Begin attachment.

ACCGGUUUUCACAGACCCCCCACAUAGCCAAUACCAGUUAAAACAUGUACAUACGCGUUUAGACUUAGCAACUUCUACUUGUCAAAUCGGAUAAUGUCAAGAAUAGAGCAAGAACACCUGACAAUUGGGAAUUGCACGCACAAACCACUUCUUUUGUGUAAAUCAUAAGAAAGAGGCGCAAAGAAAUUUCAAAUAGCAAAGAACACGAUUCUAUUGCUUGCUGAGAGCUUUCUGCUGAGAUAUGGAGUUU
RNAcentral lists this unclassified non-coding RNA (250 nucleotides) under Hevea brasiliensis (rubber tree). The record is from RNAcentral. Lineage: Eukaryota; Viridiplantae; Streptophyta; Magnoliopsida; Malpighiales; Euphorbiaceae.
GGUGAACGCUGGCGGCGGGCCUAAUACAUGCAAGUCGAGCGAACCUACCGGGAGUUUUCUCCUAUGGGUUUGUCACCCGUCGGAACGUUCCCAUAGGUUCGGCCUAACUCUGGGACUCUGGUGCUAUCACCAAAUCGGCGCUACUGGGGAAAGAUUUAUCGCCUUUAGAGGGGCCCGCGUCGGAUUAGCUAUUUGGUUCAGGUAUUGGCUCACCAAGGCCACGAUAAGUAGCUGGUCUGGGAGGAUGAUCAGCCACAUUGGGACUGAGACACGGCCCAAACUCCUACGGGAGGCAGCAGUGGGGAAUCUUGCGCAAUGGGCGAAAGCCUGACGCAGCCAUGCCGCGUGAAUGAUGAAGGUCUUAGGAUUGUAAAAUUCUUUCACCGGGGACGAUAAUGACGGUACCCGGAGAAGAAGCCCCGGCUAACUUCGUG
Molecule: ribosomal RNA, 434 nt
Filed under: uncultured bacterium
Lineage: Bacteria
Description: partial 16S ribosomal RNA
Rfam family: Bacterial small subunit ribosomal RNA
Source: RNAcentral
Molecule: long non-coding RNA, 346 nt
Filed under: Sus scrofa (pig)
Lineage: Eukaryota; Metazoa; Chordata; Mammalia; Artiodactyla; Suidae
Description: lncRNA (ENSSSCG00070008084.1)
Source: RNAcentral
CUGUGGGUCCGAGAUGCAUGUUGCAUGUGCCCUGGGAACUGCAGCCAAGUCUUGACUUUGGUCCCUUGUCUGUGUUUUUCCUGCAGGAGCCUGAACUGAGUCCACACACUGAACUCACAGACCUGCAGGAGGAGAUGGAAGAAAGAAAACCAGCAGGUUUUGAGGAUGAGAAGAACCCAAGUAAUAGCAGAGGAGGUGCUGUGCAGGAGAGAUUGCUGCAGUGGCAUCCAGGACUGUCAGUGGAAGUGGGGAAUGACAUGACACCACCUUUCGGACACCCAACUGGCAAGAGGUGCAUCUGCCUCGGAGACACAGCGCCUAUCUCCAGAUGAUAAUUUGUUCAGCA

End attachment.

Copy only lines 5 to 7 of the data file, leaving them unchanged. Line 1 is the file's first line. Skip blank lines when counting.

Filed under: uncultured bacterium
Lineage: Bacteria
Description: partial 16S ribosomal RNA